2. 2. Rather than having to rely on specific weak links, societies can agree on terms for establishing a common baseline to gauge the values for their different skill sets. This way someone in one society can have a trusted rating of the quality of those skills. With such an integrated baseline, a common system of credits can be established with which to “pay” for services. As these credits are not backed by a physical standard, someone could “invent” credits they don’t have to pay for services. But this kind of fraud would have a detrimental affect on the society someone belongs to, and their own ratings would suffer as their reputation did. For this reason, it would be in their best interests to find the culprit and remove them from their society, essentially placing them in an economic exile. To mitigate this, the same technology that maintains the credit system would also ensure completely transparent transactions across societies and people. People would of course belong to any number of societies, as value creators, consumers and residents, with each society being federated across others (Fig 1). It would be extremely difficult for a single individual to be able to keep on top of the various interactions and societies. They might take on the services of a professional to manage their “investments”, that is the societies they choose to belong to and the associated costs for remaining there. Figure 1: Federated Model for a New Economy Such a federated system is extremely democratic, and the same technology used for maintaining the credit and transactions system would make referendums feasible. Such referendums would allow individuals to have a direct say in negotiating the terms, maintaining and policing the interactions their society has with other societies through the federated model. It would be useful in managing how individuals manage or remain part of a particular society.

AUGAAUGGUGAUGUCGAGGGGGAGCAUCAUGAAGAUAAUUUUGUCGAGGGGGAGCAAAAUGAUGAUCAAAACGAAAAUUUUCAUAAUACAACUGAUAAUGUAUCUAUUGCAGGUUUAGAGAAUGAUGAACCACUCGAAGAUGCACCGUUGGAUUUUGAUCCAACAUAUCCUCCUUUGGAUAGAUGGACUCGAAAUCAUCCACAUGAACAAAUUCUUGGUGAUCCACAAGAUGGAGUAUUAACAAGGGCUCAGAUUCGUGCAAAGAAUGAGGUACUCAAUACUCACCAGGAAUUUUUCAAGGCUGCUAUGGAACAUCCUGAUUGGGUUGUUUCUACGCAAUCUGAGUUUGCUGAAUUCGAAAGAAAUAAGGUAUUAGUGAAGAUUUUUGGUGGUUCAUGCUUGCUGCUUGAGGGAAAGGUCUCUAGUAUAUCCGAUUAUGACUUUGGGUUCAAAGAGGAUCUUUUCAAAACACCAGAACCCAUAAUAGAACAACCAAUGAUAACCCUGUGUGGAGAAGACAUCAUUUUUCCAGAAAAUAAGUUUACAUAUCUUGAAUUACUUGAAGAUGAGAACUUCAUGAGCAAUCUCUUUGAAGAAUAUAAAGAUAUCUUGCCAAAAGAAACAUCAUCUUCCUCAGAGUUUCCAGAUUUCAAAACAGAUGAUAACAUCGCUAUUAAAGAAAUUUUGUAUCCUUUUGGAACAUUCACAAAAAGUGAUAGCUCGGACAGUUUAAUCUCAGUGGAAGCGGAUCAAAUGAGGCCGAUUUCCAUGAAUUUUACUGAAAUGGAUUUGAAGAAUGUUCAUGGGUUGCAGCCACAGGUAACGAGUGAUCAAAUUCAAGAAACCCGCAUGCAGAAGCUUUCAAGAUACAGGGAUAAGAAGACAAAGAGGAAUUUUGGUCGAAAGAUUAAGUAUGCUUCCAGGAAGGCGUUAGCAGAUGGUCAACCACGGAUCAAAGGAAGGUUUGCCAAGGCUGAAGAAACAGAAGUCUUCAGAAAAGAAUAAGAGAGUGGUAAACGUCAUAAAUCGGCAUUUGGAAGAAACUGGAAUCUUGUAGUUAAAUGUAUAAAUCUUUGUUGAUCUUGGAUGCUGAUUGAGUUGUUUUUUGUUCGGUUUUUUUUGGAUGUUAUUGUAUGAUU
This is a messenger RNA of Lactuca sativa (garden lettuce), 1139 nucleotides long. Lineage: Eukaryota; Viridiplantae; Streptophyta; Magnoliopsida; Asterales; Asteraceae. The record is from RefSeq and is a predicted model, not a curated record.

3. 3. As the management of such interactions become increasingly complex, people might not want the burden of having to participate in all the referendums which may apply to them. To manage this, representatives can be elected at all the various societal levels where such a representation makes sense. This removes the need for “nations” based on physical locations; every individual would be sovereign and be able to choose which societal associations to make. As people would also belong to a society of consumers, the brand will grow to target all aspects of a consumer society. Producers would no longer exist alone, but would partner with others to complete the brand landscape for a consumer society. As consumer societies can grow, merge and evolve, so too would the brands that relate to them. The complete flexibility created in the consumer and producer societies would be somewhat limited in the resident societies since individuals have to physically live somewhere. Movement is virtual in the consumer and producer societies, whereas physical movement in resident societies has an additional cost which may be limiting. Nevertheless, the ability for a particular resident society itself to grow, evolve and relate with others would be based on true communal similarities and benefit, not archaic national divisions. In the future, as now, skills and knowledge will be of ultimate value. The collapse of the existing economy will introduce a lack of trust in the current currency system and its governing bodies. This will give rise to skills and knowledge being the new global currency. With the application of technology and the newly defined currency, traditional localised trust-based economies can be extended to a global federated model. Such a model would allow for a truly democratic representation of the individual and the freedom to belong and associate with a society of their choice. Consumer societies will define the target that producers wish relate to and in turn producers will align together to provide an entire brand landscape or them. And finally, resident societies will form relate with one another for true communal benefit.